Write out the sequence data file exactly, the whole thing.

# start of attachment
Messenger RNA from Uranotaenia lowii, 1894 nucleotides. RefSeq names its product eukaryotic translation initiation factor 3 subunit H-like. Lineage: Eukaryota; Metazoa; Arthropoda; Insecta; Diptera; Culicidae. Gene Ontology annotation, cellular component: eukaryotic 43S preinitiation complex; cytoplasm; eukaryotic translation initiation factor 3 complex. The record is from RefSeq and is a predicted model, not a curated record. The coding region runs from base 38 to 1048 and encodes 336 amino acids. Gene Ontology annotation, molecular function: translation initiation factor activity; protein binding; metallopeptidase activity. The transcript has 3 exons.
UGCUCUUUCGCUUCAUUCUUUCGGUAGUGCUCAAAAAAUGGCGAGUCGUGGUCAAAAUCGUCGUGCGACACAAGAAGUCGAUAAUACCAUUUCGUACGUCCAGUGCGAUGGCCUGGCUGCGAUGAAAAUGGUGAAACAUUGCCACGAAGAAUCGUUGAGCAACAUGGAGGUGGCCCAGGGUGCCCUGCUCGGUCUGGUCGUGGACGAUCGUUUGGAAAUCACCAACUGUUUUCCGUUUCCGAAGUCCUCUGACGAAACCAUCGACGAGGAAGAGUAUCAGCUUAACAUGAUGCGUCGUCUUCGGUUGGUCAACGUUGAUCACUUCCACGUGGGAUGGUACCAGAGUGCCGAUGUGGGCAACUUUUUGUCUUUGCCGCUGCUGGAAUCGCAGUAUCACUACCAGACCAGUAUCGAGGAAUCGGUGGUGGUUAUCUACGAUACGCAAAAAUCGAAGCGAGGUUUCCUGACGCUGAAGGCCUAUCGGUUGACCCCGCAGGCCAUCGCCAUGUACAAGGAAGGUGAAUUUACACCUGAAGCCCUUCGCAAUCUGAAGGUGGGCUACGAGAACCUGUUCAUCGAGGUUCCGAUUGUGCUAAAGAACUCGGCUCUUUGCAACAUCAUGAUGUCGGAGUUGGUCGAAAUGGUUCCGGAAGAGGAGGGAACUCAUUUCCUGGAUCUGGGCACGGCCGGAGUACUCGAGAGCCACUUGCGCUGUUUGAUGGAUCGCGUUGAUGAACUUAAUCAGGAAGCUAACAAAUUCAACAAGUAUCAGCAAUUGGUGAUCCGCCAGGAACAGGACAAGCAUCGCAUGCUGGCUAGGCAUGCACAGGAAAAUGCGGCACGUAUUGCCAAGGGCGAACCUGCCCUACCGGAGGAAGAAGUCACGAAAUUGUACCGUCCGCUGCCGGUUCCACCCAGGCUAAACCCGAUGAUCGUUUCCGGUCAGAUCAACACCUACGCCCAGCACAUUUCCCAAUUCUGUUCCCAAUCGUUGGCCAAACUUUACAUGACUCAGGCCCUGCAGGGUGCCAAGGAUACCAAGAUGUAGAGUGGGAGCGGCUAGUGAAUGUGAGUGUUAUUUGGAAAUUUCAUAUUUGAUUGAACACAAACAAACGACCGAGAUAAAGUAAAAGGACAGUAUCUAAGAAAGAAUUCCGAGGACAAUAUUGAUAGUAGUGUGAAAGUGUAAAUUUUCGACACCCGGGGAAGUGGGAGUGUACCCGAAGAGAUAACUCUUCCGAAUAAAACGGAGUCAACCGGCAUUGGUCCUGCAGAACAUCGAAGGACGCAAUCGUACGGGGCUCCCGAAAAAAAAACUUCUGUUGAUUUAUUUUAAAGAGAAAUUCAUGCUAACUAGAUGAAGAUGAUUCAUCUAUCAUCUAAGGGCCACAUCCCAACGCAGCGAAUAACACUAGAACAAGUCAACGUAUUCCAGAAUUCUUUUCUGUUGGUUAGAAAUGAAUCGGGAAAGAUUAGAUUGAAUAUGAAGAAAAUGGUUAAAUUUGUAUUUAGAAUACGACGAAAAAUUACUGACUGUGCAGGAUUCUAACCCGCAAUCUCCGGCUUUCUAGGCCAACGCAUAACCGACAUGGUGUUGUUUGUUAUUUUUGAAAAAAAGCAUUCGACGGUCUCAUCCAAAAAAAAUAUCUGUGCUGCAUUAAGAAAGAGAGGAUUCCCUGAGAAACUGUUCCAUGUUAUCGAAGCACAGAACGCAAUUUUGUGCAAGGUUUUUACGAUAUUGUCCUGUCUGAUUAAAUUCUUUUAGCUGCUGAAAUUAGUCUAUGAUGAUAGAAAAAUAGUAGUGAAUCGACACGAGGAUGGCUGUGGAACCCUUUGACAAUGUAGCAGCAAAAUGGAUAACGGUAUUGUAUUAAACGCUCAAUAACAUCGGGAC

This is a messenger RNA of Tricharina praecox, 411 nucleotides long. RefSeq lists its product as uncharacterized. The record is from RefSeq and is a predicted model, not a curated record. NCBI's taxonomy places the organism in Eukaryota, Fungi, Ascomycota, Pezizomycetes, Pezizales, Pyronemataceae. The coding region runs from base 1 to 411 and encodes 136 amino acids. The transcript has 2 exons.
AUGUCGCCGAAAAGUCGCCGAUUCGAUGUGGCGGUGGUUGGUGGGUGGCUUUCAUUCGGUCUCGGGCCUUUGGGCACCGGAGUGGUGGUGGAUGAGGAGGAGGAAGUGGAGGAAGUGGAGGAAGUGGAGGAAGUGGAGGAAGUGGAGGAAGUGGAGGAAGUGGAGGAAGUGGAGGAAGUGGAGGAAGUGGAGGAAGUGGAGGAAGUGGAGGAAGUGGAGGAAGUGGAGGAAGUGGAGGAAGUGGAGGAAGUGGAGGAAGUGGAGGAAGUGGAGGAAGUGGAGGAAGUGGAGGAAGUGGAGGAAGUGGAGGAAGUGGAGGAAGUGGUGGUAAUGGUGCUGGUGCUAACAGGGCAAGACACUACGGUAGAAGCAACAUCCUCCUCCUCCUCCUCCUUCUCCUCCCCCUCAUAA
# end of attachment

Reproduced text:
Messenger RNA from Uranotaenia lowii, 1894 nucleotides. RefSeq names its product eukaryotic translation initiation factor 3 subunit H-like. Lineage: Eukaryota; Metazoa; Arthropoda; Insecta; Diptera; Culicidae. Gene Ontology annotation, cellular component: eukaryotic 43S preinitiation complex; cytoplasm; eukaryotic translation initiation factor 3 complex. The record is from RefSeq and is a predicted model, not a curated record. The coding region runs from base 38 to 1048 and encodes 336 amino acids. Gene Ontology annotation, molecular function: translation initiation factor activity; protein binding; metallopeptidase activity. The transcript has 3 exons.
UGCUCUUUCGCUUCAUUCUUUCGGUAGUGCUCAAAAAAUGGCGAGUCGUGGUCAAAAUCGUCGUGCGACACAAGAAGUCGAUAAUACCAUUUCGUACGUCCAGUGCGAUGGCCUGGCUGCGAUGAAAAUGGUGAAACAUUGCCACGAAGAAUCGUUGAGCAACAUGGAGGUGGCCCAGGGUGCCCUGCUCGGUCUGGUCGUGGACGAUCGUUUGGAAAUCACCAACUGUUUUCCGUUUCCGAAGUCCUCUGACGAAACCAUCGACGAGGAAGAGUAUCAGCUUAACAUGAUGCGUCGUCUUCGGUUGGUCAACGUUGAUCACUUCCACGUGGGAUGGUACCAGAGUGCCGAUGUGGGCAACUUUUUGUCUUUGCCGCUGCUGGAAUCGCAGUAUCACUACCAGACCAGUAUCGAGGAAUCGGUGGUGGUUAUCUACGAUACGCAAAAAUCGAAGCGAGGUUUCCUGACGCUGAAGGCCUAUCGGUUGACCCCGCAGGCCAUCGCCAUGUACAAGGAAGGUGAAUUUACACCUGAAGCCCUUCGCAAUCUGAAGGUGGGCUACGAGAACCUGUUCAUCGAGGUUCCGAUUGUGCUAAAGAACUCGGCUCUUUGCAACAUCAUGAUGUCGGAGUUGGUCGAAAUGGUUCCGGAAGAGGAGGGAACUCAUUUCCUGGAUCUGGGCACGGCCGGAGUACUCGAGAGCCACUUGCGCUGUUUGAUGGAUCGCGUUGAUGAACUUAAUCAGGAAGCUAACAAAUUCAACAAGUAUCAGCAAUUGGUGAUCCGCCAGGAACAGGACAAGCAUCGCAUGCUGGCUAGGCAUGCACAGGAAAAUGCGGCACGUAUUGCCAAGGGCGAACCUGCCCUACCGGAGGAAGAAGUCACGAAAUUGUACCGUCCGCUGCCGGUUCCACCCAGGCUAAACCCGAUGAUCGUUUCCGGUCAGAUCAACACCUACGCCCAGCACAUUUCCCAAUUCUGUUCCCAAUCGUUGGCCAAACUUUACAUGACUCAGGCCCUGCAGGGUGCCAAGGAUACCAAGAUGUAGAGUGGGAGCGGCUAGUGAAUGUGAGUGUUAUUUGGAAAUUUCAUAUUUGAUUGAACACAAACAAACGACCGAGAUAAAGUAAAAGGACAGUAUCUAAGAAAGAAUUCCGAGGACAAUAUUGAUAGUAGUGUGAAAGUGUAAAUUUUCGACACCCGGGGAAGUGGGAGUGUACCCGAAGAGAUAACUCUUCCGAAUAAAACGGAGUCAACCGGCAUUGGUCCUGCAGAACAUCGAAGGACGCAAUCGUACGGGGCUCCCGAAAAAAAAACUUCUGUUGAUUUAUUUUAAAGAGAAAUUCAUGCUAACUAGAUGAAGAUGAUUCAUCUAUCAUCUAAGGGCCACAUCCCAACGCAGCGAAUAACACUAGAACAAGUCAACGUAUUCCAGAAUUCUUUUCUGUUGGUUAGAAAUGAAUCGGGAAAGAUUAGAUUGAAUAUGAAGAAAAUGGUUAAAUUUGUAUUUAGAAUACGACGAAAAAUUACUGACUGUGCAGGAUUCUAACCCGCAAUCUCCGGCUUUCUAGGCCAACGCAUAACCGACAUGGUGUUGUUUGUUAUUUUUGAAAAAAAGCAUUCGACGGUCUCAUCCAAAAAAAAUAUCUGUGCUGCAUUAAGAAAGAGAGGAUUCCCUGAGAAACUGUUCCAUGUUAUCGAAGCACAGAACGCAAUUUUGUGCAAGGUUUUUACGAUAUUGUCCUGUCUGAUUAAAUUCUUUUAGCUGCUGAAAUUAGUCUAUGAUGAUAGAAAAAUAGUAGUGAAUCGACACGAGGAUGGCUGUGGAACCCUUUGACAAUGUAGCAGCAAAAUGGAUAACGGUAUUGUAUUAAACGCUCAAUAACAUCGGGAC

This is a messenger RNA of Tricharina praecox, 411 nucleotides long. RefSeq lists its product as uncharacterized. The record is from RefSeq and is a predicted model, not a curated record. NCBI's taxonomy places the organism in Eukaryota, Fungi, Ascomycota, Pezizomycetes, Pezizales, Pyronemataceae. The coding region runs from base 1 to 411 and encodes 136 amino acids. The transcript has 2 exons.
AUGUCGCCGAAAAGUCGCCGAUUCGAUGUGGCGGUGGUUGGUGGGUGGCUUUCAUUCGGUCUCGGGCCUUUGGGCACCGGAGUGGUGGUGGAUGAGGAGGAGGAAGUGGAGGAAGUGGAGGAAGUGGAGGAAGUGGAGGAAGUGGAGGAAGUGGAGGAAGUGGAGGAAGUGGAGGAAGUGGAGGAAGUGGAGGAAGUGGAGGAAGUGGAGGAAGUGGAGGAAGUGGAGGAAGUGGAGGAAGUGGAGGAAGUGGAGGAAGUGGAGGAAGUGGAGGAAGUGGAGGAAGUGGAGGAAGUGGAGGAAGUGGAGGAAGUGGAGGAAGUGGUGGUAAUGGUGCUGGUGCUAACAGGGCAAGACACUACGGUAGAAGCAACAUCCUCCUCCUCCUCCUCCUUCUCCUCCCCCUCAUAA